Photography and Text by Tony Ward, Copyright 2018
Back in the early 90’s, my wife and I were visiting friends at a party in Vineland, New Jersey, about an hours drive from our studio in center city Philadelphia when my cell phone rang. It was a neighbor in our building on 6th street informing me that our apartment had been broken into and police were called to investigate. I was shocked at first never before was I violated in such a personal way. Sandy (my wife at the time) and I immediately drove home speeding up 42 North towards the Walt Whitman Bridge. By the time of our arrival home the building was silent, no police in sight, just a vague description from a neighbor that they saw a man with a tape player in his hand hastily walking down the fire escape and out the back door of the building.
When I entered the apartment from the garage, the rear door exiting to the fire escape was closed but not locked. There was no clear sign of a break in. Not a scratch on the door or a crowbar left behind. It raised serious questions as to who could have entered the loft without breaking in? A few things were missing; change that I left on the burrow of my bedroom, my fathers antique watch that he gave me when I was in college, the new tape player that I just bought was missing. All of the wires connecting it to the rest of the stereo equipment was strewn about. My mind started to imagine and search for who the perpetrator could be? Was it one of my employee’s some of whom did have a key?
The next day I drove up to my father’s house in Elkins Park and asked him to go with me to a gun shop that I knew was straight up 611 just before you get to the Willow Grove mall. We parked out in front of the nondescript place, walked in and began pacing up and down the cases looking for the best way to comfort my fear of the break in. Thoughts of Clint Eastwood’s Dirty Harry came to mind. I also recalled when I used to go out in the back woods with my roommate in college to practice shooting at tin cans with his 44 Magnum until one day he cracked the barrel by overpacking the bullets. The store’s salesman convinced me I didn’t need anything that large. The 38 Rossi was an adequate means of protecting my home in the event of another break in when I was home or worse home with my wife and children. I became a regular at the shooting range and eventually learned how to pack my own hollow point bullets.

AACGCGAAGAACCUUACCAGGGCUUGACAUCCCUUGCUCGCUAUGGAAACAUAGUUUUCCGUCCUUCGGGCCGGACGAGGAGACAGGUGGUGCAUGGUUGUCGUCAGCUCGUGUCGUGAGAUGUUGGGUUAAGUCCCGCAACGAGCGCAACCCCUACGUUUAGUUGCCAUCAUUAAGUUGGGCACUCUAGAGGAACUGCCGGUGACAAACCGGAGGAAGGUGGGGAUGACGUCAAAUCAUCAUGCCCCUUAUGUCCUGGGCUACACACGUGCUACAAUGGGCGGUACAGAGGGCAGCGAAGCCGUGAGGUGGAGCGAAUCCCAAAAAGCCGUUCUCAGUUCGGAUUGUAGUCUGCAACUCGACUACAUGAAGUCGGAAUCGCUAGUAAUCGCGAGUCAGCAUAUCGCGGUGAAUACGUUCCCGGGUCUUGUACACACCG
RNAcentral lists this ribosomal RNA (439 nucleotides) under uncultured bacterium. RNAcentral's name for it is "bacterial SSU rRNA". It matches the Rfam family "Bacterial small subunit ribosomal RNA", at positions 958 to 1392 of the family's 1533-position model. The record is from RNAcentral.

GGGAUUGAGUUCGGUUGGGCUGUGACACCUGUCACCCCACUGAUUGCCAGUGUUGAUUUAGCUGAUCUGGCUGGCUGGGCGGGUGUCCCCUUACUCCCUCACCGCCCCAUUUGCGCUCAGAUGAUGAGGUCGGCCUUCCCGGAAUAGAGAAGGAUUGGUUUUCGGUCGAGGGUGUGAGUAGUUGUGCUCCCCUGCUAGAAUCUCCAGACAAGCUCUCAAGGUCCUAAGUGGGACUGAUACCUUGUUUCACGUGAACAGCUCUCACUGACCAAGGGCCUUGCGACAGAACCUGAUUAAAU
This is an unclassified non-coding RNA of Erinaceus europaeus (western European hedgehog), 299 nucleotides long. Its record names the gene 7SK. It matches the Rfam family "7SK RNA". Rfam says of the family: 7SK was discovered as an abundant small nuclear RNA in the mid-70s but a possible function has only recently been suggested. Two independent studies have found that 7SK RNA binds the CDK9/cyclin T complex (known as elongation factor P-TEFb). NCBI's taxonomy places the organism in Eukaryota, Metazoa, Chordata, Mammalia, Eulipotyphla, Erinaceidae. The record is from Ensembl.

Fortunately, I have never had to use it other than to enjoy the cheap thrill of being able to hit a target from a certain distance. Nowadays folks go out and buy an AR15 for similar reasons. Somehow I think that is a bit over kill.
To access additional diary entries by Tony Ward, click here: http://tonywarderotica.com/diary-portrait-of-a-jersey-girl/
About The Author: Tony Ward is a fine art photographer, author, blogger, publisher and Adjunct Professor of Photography at the University of Pennsylvania.